E-mail Service Options Explored

The implementation of a new e-mail service provided by either Google or Microsoft may begin this summer.


The implementation of a new e-mail service provided by either Google or Microsoft may begin this summer.

E-mail services offered by either Google or Microsoft may soon replace the NPMail system used by the campus community.

According to Computer Services Assistant Vice President of Technology Jon Lewit, the college plans to adopt either Gmail or Hotmail as a replacement for the e-mail system currently provided by ComminigatePro.

If the switch is made, Lewit said students and faculty will have 10 times more storage than they have now, as well as basic word processing, spreadsheet applications, a calendar and many other tools.

“Our current e-mail system is just e-mail and it has a somewhat dated web interface,” Lewit said. “Lots of new and current students already have Gmail or Hotmail accounts, so for many there will be nothing new to learn.”

Based on alternate e-mail addresses provided by students, Lewit said roughly 2,500 students on campus are simultaneously using Gmail with their NPMail accounts, while approximately 1,500 are using Hotmail.

Second-year education major Danielle Zanata said she prefers her Gmail account over the NPMail service because all of her e-mails can be easily sent to her smartphone.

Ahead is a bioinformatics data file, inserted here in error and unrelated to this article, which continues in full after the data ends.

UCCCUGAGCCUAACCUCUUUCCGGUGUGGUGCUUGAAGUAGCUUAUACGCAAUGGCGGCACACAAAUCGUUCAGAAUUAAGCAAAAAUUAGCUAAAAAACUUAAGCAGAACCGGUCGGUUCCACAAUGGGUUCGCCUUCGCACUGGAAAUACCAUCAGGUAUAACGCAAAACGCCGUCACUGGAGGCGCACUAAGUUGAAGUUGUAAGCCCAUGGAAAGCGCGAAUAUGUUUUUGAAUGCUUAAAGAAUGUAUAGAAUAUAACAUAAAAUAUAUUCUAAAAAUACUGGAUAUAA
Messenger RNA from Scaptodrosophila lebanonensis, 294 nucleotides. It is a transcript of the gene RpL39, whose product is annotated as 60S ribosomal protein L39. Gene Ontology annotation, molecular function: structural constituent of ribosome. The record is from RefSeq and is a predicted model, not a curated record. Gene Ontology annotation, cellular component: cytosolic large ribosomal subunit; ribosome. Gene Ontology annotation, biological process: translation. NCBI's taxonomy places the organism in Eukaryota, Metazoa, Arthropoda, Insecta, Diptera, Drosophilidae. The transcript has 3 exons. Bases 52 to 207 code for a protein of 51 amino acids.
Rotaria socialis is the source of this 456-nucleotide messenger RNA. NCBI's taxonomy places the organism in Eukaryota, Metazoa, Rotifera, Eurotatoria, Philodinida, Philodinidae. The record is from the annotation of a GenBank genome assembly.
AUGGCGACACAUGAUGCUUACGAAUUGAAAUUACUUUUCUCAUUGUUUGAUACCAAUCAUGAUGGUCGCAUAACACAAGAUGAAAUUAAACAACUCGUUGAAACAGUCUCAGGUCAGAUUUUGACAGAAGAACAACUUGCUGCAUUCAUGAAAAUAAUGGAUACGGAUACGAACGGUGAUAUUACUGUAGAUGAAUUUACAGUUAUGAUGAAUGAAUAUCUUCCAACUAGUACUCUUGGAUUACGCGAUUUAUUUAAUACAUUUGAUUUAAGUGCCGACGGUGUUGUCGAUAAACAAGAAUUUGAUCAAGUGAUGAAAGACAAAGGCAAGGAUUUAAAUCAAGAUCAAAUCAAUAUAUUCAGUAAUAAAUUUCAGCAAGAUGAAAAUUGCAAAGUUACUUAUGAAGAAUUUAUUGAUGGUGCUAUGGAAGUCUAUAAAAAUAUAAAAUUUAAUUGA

“I have my New Paltz e-mail forwarded to my Gmail, so basically I never ever go on my New Paltz account,” she said. “Gmail is super easy to use.”

Lewit said once a decision is made, members of Computer Services will meet with the chosen vendor to work out details of support, training and the migration process.

While nothing is problem free, Lewit said the transition to a new service should occur without any major disruptions.

“Moving over the contact list has sometimes had some problems,” Lewit said. “The tools and techniques available to move things over keep improving. We will figure things out when we get there.”

Lewit said he has had a small Blackboard discussion in order to learn the opinions of faculty and staff members. He has also spoken with representatives from other SUNY colleges that have successfully made the transition to an external e-mail service.

Since both Gmail and Hotmail are off-campus systems, Lewit said there have been concerns over privacy issues.

However, Lewit said privacy will remain strong because the college will contractually purchase a commercial plan rather than the free service many are used to.

“The services are secure and there will be no advertising,” he said. “They offer scalability and redundancy. There are some trade-offs in moving from our local e-mail and storage, but we believe that moving away from what we now have is clearly a jump forward.”

Lewit said he expects the implementation process of the new service will begin during the summer. To help make the decision, Lewit opened up the discussion to students through an online survey.

Now that the survey has closed with about 750 respondents, 60 percent were in favor of switching, 21 percent were opposed and 18 percent were ambivalent. Of those who responded to the survey, 62 percent thought that Google should be chosen as the new service.